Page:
IEA recommends Sunday driving bans and lower speed limits to cut Russian fuel dependency
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The International Energy Agency has urged countries to adopt emergency measures to cut back oil demand. Its 10 point Plan includes some drastic measures like banning driving on Sundays or cutting the speed limit on motorways by 10 miles per hour.
The International Energy Agency (IEA) has put forward 10 measures that it says could cut global oil demand by 2.7 million barrels per day within four months. At the same time, it is said the measures would help to control stock levels and prices. These steps include reducing speed limits on motorways by 6mph to 64mph, as well as ‘car-free Sundays’ in major cities.
In the face of the emerging global energy crisis triggered by Russia’s invasion of Ukraine, practical actions by governments and citizens in advanced economies and beyond can achieve significant reductions in oil demand in a matter of months, reducing the risk of a major supply crunch. That’s according to new analysis released by the International Energy Agency today.
“These efforts would reduce the price pain being felt by consumers around the world, lessen the economic damage, shrink Russia’s hydrocarbon revenues, and help move oil demand towards a more sustainable pathway,” states the agency.
If fully carried out in advanced economies, the measures recommended by the IEA’s new 10-Point Plan to Cut Oil Use would lower oil demand by 2.7 million barrels a day within four months – equivalent to the oil demand of all the cars in China. This would significantly reduce potential strains at a time when a large number of Russian supplies may no longer reach the market and the peak demand season of July and August is approaching. The measures would have an even greater effect if adopted in part or in full in emerging economies as well.
The new report also includes recommendations for decisions to be taken immediately by governments and citizens to transition from the short-term emergency actions included in the 10-Point Plan to sustained measures that would put countries’ oil demand into a structural decline consistent with a pathway towards net zero emissions by 2050.
Since the majority of oil demand comes from transport, the IEA’s 10-Point Plan focuses on how to use less oil getting people and goods from A to B, drawing on concrete measures that have already been put to use in a diverse range of countries and cities. The short-term actions it proposes include reducing the amount of oil consumed by cars through lower speed limits, working from home, occasional limits on car access to city centres, cheaper public transport, more carpooling and other initiatives – and greater use of high-speed rail and virtual meetings instead of air travel.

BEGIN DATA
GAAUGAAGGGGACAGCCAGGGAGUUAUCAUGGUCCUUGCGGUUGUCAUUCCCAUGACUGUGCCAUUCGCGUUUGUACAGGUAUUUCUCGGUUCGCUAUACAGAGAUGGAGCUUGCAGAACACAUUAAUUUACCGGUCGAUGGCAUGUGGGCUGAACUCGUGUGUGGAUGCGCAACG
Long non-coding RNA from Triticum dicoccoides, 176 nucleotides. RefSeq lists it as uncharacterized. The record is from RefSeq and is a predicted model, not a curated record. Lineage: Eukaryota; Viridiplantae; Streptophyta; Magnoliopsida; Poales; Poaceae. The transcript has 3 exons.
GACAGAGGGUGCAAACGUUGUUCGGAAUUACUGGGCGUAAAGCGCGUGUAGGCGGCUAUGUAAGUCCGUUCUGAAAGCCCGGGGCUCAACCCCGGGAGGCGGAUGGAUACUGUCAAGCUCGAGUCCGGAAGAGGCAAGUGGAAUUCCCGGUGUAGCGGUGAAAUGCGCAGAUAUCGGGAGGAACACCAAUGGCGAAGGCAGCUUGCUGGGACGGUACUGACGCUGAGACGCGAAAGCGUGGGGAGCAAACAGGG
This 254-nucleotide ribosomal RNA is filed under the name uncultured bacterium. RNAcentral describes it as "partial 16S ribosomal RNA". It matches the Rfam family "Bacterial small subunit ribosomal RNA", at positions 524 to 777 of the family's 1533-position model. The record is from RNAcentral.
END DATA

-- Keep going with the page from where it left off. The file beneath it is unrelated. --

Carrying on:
“France and all European countries must get out of their dependence on fossil fuels, in particular on Russian fossil fuels as soon as possible,” said with Barbara Pompili, the Minister for the Ecological Transition of France, which currently holds the Presidency of the European Union.
The IEA’s 10-Point Plan is as follows:
- Reduce speed limits on highways by at least 10 km/h
Impact*: Saves around 290 kb/d of oil use from cars, and an additional 140 kb/d from trucks
- Work from home up to three days a week where possible
Impact: One day a week saves around 170 kb/d; three days saves around 500 kb/d
- Car-free Sundays in cities
Impact: Every Sunday saves around 380 kb/d; one Sunday a month saves 95 kb/d
- Make the use of public transport cheaper and incentivise micromobility, walking and cycling
Impact: Saves around 330 kb/d
- Alternate private car access to roads in large cities
Impact: Saves around 210 kb/d
- Increase car-sharing and adopt practices to reduce fuel use
Impact: Saves around 470 kb/d
- Promote efficient driving for freight trucks and delivery of goods
Impact: Saves around 320 kb/d
- Using high-speed and night trains instead of planes where possible
Impact: Saves around 40 kb/d
- Avoid business air travel where alternative options exist
Impact: Saves around 260 kb/d
- Reinforce the adoption of electric and more efficient vehicles
Impact: Saves around 100 kb/d
Note: Impacts are short term and reflect implementation in advanced economies where feasible and culturally acceptable; kb/d = thousand barrels of oil a day.